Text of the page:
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The provenance of an artwork can be just as important as its aesthetic qualities, authorship, and meaning. An illustrious ownership history can dramatically increase a work’s desirability and its market value.
Bartolomé Esteban Murillo’s Christ After the Flagellation enjoys an aristocratic lineage.
Scholars believe it was painted for a Seville church. Its first known owner, the Englishman Frank Hall Standish (1799–1840), amassed a celebrated collection of Spanish Baroque paintings in the early nineteenth century. In 1842, Standish bequeathed more than 200 paintings, including this one, to Louis-Philippe, the “citizen-king” of France.
In the mid-nineteenth century, Christ After the Flagellation was displayed in the Louvre Museum, where Louis-Philippe’s famous “Spanish Gallery” was visited by a new generation of artists, such as Gustave Courbet and Édouard Manet, whose aesthetic vision was influenced by these works.
After Louis-Philippe’s abdication and subsequent death, the painting was purchased in 1853 by Thomas Conolly (1823–1876), an Irish Member of Parliament, and the painting was passed down in the Conolly-Carew family for three generations. Peers of the United Kingdom, the Barons Carew exhibited the painting in the Red Drawing Room of their Palladian country house, Castletown House in County Kildare, until its sale at auction in 1957.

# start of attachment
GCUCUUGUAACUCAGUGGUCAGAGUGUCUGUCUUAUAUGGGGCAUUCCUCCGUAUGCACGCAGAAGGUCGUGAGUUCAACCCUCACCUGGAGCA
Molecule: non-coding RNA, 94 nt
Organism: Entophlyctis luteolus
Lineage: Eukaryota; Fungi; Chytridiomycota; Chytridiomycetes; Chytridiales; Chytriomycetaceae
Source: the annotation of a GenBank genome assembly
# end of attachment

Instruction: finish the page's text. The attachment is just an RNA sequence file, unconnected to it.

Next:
Christ After the Flagellation formed part of an art dealer’s stock until it was acquired by the University of Illinois through a generous gift from Ellnora Krannert (1890–1974). In addition to its pedagogic value, the painting was a strategic acquisition motivated by a collective will to position Midwestern state university art museums as meaningful counterparts to elite East Coast collections.
Author: Nancy Karrels, doctoral candidate in Art History and guest curator of Provenance: A Forensic History of Art, 2017